The purpose of the KAIRA is "to provide a means of compensating persons promptly for accidental bodily injury arising out of the ownership, operation, maintenance or use of motor vehicles in lieu of liability for damages to the extent provided herein." K.S.A. 40-3102. This provision has been described as the heart of the KAIRA. It provides a new approach for compensating accident victims "'on the basis of the interest of all the citizens of this state without losing sight of, but tempering, the right of an individual to pursue traditional remedies in tort.'" Burriss v. Northern Assurance Co. of America, 236 Kan. 326, 328, 691 P.2d 10 (1984) (quoting Manzanares v. Bell, 214 Kan. 589, 608, 522 P.2d 1291 ).
The purpose of the KAIRA is to provide a particular compensation scheme for Kansas citizens involved in vehicular accidents, to be used in lieu of traditional tort remedies. This purpose does not encompass an individual cause of action based on failure to comply with a particular provision of the Act. Furthermore, the KAIRA provides this compensation scheme for the benefit of the public as a whole and not a particular class of individuals.
In addition, the KAIRA makes the failure to comply with certain provisions a criminal offense. See K.S.A. 1998 Supp. 40-3104(g)(1)-(2). The KAIRA further provides that in certain circumstances, the Secretary of Revenue may suspend the license of a noncomplying driver. K.S.A. 1998 Supp. 40-3104(h). The legislature has thoroughly addressed the remedies for violating the KAIRA. The absence of a provision securing a private cause of action appears to be intentional. See Greenlee v. Board of Clay County Comm'rs, 241 Kan. at 808 (finding this reasoning persuasive in determining the cash-basis and budget laws did not provide a private cause of action).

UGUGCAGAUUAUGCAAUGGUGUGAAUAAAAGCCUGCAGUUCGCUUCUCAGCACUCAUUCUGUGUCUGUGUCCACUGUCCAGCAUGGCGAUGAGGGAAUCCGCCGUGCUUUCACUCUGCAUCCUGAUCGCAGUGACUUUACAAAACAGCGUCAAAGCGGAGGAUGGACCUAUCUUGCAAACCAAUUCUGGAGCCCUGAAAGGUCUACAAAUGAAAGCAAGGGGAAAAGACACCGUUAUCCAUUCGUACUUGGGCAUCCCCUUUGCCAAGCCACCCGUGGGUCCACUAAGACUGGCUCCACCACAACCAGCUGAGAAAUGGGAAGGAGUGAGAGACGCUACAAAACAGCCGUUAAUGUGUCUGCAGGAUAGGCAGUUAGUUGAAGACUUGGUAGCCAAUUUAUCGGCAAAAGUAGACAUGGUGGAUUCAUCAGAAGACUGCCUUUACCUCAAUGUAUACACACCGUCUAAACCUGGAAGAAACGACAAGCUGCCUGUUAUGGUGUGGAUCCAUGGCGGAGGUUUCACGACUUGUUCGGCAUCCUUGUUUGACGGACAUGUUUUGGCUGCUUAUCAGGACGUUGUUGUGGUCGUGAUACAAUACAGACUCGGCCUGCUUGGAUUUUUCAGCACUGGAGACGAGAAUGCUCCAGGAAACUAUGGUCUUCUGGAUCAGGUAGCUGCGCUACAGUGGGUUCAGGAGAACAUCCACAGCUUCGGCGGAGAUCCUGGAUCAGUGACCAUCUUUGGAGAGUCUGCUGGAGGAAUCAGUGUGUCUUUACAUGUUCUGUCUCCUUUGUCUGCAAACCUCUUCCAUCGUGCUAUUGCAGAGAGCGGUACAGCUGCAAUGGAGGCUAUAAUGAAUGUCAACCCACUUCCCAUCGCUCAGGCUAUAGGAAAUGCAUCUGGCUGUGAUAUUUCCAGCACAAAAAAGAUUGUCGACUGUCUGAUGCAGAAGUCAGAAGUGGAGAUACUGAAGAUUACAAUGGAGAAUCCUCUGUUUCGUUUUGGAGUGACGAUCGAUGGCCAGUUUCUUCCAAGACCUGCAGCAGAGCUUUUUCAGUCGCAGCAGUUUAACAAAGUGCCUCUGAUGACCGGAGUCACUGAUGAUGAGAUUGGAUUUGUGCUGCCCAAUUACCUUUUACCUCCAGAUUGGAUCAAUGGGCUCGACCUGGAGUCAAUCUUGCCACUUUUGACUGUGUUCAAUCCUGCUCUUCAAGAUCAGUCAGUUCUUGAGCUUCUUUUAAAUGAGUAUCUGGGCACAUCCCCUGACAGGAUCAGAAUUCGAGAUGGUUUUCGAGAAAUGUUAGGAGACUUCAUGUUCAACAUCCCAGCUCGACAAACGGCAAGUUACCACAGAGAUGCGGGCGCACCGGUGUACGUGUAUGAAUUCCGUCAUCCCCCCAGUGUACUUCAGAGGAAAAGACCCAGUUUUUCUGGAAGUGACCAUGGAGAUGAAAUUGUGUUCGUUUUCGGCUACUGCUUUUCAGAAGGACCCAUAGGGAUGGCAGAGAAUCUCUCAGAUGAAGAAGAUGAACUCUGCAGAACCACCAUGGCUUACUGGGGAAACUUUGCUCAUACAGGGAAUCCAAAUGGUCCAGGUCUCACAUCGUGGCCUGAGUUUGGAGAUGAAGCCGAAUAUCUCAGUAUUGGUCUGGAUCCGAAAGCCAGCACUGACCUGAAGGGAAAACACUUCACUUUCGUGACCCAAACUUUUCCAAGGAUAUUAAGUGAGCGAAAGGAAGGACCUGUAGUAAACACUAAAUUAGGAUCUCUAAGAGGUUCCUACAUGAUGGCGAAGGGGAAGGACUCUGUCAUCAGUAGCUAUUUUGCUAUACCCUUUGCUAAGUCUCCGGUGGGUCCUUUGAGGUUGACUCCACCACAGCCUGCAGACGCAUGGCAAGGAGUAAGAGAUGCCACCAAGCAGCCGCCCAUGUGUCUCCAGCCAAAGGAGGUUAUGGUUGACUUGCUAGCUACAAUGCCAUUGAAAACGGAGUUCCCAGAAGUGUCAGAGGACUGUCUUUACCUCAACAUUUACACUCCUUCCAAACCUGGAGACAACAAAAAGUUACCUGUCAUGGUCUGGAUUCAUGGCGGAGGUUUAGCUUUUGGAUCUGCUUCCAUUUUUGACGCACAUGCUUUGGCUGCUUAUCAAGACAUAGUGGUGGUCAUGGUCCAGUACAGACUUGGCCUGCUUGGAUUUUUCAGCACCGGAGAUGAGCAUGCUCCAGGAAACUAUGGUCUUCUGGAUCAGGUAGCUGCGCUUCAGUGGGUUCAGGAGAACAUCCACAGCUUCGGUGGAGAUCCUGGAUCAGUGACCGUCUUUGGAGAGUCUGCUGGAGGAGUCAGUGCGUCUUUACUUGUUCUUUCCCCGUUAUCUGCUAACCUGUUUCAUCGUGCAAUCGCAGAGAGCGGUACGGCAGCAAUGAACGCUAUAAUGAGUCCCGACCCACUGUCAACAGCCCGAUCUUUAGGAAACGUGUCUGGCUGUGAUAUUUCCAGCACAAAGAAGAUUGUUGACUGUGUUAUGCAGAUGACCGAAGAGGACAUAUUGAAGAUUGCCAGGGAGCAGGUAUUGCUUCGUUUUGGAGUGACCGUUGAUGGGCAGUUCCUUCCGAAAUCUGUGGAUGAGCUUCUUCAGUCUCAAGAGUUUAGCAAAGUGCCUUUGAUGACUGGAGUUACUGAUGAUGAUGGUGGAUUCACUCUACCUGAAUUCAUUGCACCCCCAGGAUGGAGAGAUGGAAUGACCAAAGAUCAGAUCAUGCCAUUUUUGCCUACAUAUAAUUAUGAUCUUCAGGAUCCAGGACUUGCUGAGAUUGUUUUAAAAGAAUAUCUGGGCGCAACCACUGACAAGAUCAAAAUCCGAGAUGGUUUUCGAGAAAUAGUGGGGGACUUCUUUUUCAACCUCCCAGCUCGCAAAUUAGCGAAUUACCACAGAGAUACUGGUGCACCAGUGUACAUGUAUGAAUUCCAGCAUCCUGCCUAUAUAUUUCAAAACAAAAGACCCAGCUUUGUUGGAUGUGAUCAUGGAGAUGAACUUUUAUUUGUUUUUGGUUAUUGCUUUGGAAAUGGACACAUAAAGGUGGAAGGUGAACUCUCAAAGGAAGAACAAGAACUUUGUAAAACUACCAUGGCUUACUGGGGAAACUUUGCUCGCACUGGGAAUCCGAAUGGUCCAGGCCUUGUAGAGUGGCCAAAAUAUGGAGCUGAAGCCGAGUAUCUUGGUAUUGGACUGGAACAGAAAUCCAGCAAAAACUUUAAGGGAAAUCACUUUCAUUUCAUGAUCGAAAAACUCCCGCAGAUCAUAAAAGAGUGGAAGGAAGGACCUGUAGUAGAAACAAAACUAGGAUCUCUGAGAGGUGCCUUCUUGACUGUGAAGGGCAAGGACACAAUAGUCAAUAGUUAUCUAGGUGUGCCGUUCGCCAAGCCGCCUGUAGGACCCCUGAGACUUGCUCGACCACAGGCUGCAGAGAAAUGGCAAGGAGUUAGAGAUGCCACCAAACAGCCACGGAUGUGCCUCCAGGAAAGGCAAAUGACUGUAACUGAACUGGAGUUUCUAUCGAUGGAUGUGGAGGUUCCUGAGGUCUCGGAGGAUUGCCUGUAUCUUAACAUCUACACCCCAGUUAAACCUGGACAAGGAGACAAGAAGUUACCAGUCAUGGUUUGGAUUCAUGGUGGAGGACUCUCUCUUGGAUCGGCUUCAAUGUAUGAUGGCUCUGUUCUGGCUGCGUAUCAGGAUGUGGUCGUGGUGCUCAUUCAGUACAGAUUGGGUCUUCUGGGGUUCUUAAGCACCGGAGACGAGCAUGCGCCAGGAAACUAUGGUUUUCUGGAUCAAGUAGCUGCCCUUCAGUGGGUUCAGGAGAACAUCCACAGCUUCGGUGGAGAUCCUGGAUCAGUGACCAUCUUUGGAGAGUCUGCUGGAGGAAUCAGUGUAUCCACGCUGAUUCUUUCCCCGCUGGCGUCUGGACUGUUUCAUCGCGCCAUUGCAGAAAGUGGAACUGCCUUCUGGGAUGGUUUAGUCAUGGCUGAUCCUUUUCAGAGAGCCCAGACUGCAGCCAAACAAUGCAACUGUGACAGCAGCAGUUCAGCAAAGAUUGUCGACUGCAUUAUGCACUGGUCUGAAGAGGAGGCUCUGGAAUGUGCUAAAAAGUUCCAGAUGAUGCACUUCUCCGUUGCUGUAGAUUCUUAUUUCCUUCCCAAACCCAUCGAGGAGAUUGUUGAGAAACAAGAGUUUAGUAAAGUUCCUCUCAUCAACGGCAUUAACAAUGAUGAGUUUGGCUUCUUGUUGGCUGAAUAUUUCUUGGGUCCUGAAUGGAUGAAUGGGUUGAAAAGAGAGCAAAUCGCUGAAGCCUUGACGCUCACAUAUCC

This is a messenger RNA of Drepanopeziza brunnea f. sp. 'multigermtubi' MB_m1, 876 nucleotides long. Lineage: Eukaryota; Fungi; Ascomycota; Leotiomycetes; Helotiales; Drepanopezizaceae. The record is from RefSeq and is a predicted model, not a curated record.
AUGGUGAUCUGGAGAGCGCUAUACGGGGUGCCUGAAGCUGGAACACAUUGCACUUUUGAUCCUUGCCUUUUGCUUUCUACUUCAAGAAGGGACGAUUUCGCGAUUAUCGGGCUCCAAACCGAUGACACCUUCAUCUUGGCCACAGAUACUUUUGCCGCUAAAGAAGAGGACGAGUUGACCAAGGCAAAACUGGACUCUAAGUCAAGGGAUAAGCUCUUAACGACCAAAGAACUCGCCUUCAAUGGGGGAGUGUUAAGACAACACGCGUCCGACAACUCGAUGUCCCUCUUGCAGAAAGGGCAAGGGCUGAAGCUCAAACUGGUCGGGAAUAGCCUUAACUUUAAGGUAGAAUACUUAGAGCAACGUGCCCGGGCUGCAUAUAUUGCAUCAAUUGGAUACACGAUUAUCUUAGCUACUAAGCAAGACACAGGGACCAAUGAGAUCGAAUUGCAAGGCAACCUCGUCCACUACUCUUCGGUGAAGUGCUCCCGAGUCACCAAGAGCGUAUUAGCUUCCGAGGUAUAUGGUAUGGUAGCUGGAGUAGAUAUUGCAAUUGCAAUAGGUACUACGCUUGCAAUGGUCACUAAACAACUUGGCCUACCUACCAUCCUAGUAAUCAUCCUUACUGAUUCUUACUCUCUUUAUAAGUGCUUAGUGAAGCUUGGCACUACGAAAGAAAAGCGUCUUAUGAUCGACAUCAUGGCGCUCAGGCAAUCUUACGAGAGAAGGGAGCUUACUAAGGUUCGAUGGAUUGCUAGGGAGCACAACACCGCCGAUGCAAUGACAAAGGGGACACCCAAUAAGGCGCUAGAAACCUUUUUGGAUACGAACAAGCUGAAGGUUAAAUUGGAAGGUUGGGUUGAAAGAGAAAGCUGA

The KAIRA was created in 1974. K.S.A. 40-3101. There have been many opportunities since then for the legislature to add a provision creating a private cause of action under this Act, yet it has not. See Kansas State Bank & Tr. Co., 249 Kan. at 373 (finding this fact persuasive in concluding the child abuse reporting statute did not provide a private cause of action). As the Supreme Court said: "Legislative creation, rather than judicial creation, is a persuasive policy argument." 249 Kan. at 372.
We have reviewed the several cases cited in Loar's brief in support of his contention that violation of the statute in question gives rise to a private cause of action. Cases are cited involving handrails, regulation of trucks, building code violations, and erection of fences around swimming pools. These cases do not stand for the proposition that the violation of a statute or ordinance alone gives rise to a private cause of action.
It was not the specific violation of the ordinance or statute which served as the basis for the cause of action; rather, the violation of the statute or ordinance was simply evidence of fault in proof of a tort claim. This is to be contrasted with the instant case, where it is the violation of the statute itself which is alleged to be actionable. Certainly, the claimed violation of the statute was not the proximate cause of Loar's injuries.
For the foregoing reasons, the judgment of the trial court is affirmed.